I walked into a fast food restaurant in New York City where a large poster in the front of the store advertised a new dinner special for $6.99. That was quite a bargain so I went to the counter and ordered it. Apparently the "special" was so new, it wasn't on the menu. At any rate the staff refused to honor the advertised $6.99 price, and computed an a la carte (sum of the parts) price that came to over $10. I declined to buy the special at that price.

I returned the following week, and the special was available, with a new posted price of $9.99. The staff would let me have it at that price (a small discount from $10-plus but not the bargain of $6.99), but for the same price, I ordered something else.

I didn't want to be an SOB the first time, but supposing I was, could I have legally held the restaurant to the posted $6.99 price for the special?

  • the US have only very limited federal consumer protection, this is a NY question therefore. – Trish Aug 14 '20 at 10:46

Under the law of common law contracts, posting a price is an invitation to treat and is not binding.

However, in many jurisdictions, there may be (probably is) statutory consumer protection law that make this practice illegal. Whether this means the business must honor the price or merely makes them liable to prosecution and fines depends on the specific law.

For example, in Australia the law refers to this as multiple pricing. The law requires that the business withdraw the product from sale until the multiple pricing is fixed (i.e. they take the poster down) or, if they are unable or unwilling to do this, they must sell for the lower price. If they do neither then they have committed an offence and are liable to be fined by the government; the consumer does not get any compensation.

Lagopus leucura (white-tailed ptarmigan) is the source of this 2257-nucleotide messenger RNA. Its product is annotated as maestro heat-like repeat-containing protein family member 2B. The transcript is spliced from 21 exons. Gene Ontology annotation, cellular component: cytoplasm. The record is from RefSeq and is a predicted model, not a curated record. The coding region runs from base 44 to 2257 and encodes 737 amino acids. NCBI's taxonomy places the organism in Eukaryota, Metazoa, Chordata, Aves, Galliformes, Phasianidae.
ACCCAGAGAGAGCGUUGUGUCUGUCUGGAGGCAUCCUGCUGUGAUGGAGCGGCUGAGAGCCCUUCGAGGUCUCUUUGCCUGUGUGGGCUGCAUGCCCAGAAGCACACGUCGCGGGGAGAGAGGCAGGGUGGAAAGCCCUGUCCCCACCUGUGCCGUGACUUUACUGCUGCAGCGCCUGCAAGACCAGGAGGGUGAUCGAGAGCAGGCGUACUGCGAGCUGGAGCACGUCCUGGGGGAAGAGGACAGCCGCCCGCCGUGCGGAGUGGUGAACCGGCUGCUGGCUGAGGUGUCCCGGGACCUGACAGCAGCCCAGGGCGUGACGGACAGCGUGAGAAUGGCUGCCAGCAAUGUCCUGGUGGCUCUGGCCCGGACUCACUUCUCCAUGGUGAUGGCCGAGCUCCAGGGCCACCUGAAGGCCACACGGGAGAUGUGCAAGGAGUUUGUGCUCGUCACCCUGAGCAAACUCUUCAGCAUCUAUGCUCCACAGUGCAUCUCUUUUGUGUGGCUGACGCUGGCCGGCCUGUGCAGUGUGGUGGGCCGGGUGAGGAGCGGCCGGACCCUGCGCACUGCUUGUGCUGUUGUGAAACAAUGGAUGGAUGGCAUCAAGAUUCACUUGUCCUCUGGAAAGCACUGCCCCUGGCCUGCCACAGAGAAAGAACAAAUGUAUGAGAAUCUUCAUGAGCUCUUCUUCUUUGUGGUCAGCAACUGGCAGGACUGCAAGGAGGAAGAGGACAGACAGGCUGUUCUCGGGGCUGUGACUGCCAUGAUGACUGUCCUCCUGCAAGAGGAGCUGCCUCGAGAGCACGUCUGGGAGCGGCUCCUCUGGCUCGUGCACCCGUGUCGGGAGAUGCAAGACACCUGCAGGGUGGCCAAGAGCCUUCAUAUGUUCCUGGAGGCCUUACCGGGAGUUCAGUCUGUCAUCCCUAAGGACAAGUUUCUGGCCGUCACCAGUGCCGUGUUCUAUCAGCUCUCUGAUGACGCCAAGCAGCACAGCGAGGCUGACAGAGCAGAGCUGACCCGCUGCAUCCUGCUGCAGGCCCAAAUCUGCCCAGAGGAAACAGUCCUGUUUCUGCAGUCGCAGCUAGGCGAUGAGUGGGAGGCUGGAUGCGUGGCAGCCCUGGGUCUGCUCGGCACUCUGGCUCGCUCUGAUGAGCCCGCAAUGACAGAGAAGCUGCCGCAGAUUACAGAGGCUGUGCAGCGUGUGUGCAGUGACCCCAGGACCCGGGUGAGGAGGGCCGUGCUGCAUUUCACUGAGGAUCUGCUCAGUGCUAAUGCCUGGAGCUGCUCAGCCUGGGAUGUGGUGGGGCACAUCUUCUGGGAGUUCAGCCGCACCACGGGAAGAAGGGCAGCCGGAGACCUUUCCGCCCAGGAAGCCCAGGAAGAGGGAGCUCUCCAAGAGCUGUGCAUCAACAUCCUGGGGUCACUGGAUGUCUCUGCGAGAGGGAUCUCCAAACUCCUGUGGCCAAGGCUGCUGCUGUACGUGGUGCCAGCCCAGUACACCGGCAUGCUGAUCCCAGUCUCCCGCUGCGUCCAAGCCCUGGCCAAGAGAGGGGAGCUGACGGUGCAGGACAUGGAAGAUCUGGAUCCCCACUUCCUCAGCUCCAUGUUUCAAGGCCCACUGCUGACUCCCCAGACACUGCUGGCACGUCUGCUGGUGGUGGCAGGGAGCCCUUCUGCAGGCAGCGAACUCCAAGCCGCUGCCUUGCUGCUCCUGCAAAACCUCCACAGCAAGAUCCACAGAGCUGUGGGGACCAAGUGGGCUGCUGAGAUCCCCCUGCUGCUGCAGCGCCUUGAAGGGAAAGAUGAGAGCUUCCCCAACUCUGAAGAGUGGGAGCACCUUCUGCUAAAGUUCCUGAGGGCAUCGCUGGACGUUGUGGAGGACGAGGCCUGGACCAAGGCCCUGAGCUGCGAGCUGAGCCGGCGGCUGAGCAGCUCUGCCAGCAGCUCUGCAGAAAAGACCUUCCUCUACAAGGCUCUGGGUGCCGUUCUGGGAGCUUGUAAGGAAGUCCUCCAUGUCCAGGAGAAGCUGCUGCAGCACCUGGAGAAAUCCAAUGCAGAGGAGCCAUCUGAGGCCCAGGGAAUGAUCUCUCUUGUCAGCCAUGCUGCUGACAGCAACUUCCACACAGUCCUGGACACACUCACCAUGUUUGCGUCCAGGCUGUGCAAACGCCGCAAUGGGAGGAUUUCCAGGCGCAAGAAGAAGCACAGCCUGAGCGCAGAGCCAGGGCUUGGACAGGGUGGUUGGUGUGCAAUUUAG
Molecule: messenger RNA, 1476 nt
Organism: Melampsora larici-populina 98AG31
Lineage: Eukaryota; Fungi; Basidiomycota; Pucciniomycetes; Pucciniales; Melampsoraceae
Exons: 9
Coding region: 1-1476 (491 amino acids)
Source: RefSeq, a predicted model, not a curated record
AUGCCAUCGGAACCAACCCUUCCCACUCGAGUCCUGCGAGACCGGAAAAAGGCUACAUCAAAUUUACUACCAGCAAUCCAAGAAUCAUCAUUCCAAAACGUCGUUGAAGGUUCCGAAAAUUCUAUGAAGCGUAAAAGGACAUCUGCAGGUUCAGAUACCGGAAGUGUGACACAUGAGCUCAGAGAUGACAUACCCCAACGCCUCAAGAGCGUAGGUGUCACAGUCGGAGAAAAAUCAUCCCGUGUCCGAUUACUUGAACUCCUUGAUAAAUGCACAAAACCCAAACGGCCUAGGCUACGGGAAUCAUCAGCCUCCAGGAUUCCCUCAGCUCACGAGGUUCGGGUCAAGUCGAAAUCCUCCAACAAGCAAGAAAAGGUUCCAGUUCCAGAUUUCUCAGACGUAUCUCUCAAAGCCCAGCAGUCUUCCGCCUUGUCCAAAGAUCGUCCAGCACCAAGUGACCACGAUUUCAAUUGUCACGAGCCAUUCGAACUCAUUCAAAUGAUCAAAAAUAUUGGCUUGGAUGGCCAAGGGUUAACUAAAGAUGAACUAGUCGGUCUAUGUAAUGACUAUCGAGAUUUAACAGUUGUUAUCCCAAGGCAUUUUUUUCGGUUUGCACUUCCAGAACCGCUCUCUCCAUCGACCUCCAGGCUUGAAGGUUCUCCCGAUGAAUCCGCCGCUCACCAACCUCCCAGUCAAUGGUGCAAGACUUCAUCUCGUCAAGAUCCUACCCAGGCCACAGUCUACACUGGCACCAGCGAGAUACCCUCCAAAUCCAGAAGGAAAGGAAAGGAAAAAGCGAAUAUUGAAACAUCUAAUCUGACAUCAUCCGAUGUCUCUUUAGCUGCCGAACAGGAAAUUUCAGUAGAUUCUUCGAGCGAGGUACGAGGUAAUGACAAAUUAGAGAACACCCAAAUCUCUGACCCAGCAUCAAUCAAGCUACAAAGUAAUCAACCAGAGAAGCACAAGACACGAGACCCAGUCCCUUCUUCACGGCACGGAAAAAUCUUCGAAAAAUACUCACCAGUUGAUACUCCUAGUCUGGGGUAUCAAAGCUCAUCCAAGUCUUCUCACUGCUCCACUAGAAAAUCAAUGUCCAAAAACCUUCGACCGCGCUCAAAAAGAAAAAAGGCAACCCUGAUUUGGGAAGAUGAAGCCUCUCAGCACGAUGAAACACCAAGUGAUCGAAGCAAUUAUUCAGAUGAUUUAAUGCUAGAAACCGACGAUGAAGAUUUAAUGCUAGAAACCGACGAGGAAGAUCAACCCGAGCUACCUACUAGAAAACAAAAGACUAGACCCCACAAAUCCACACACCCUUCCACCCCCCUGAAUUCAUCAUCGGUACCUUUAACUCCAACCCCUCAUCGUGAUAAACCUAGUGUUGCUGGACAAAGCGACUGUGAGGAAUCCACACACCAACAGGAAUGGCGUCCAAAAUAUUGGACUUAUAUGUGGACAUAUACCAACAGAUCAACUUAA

• Would the situation be any different at a sit-down restaurant? In the case of counter service, as in the question, the customer can clearly refuse to buy the food at the higher price but, at a sit-down restaurant, they would already have eaten it. – David Richerby Oct 7 '18 at 10:08
  • “If they are unable ..., they must sell for the lower price” – Dale M Oct 16 '18 at 22:45
  • 1
    The question is set in New York, could you discuss that? – Trish Aug 14 '20 at 10:46
  • @Trish yes, the discussion is I don’t know about New York law on this – Dale M Aug 15 '20 at 2:17

It depends on where exactly in the world you are.

In the United Kingdom, you cannot force the shop to trade at the advertised price. They can claim that they made a mistake and refuse.

However, they are not allowed to use incorrect pricing to lure customers in. After you try to buy and they refuse because of a mistake, they need to fix that mistake and change the advertised price. If they deliberately advertise a price at which they don't sell, that would be misleading customers and illegal. In the UK, "Trading Standards" would be interested to hear about that.

If you suspect that's what's happening, take a photo of the advertised price, ask them to change the price, and come back the next day. If the price is unchanged, and they still refuse to sell, you might be forced to notify Trading Standards. Obviously that shouldn't happen.

  • The question is set in New York, could you discuss that? – Trish Aug 14 '20 at 10:46

I would think in the US you would find protection under bait and switch regs. Tho they are designed for when you advert one product then are out and a more expensive one if offerred.

In Texas if you got the server to confirm the pricing verbally a contract forms so long as the money involved is under $1000 for a period of 1 year or less.

  • 3
    The question is set in New York, could you discuss that? – Trish Aug 14 '20 at 10:47

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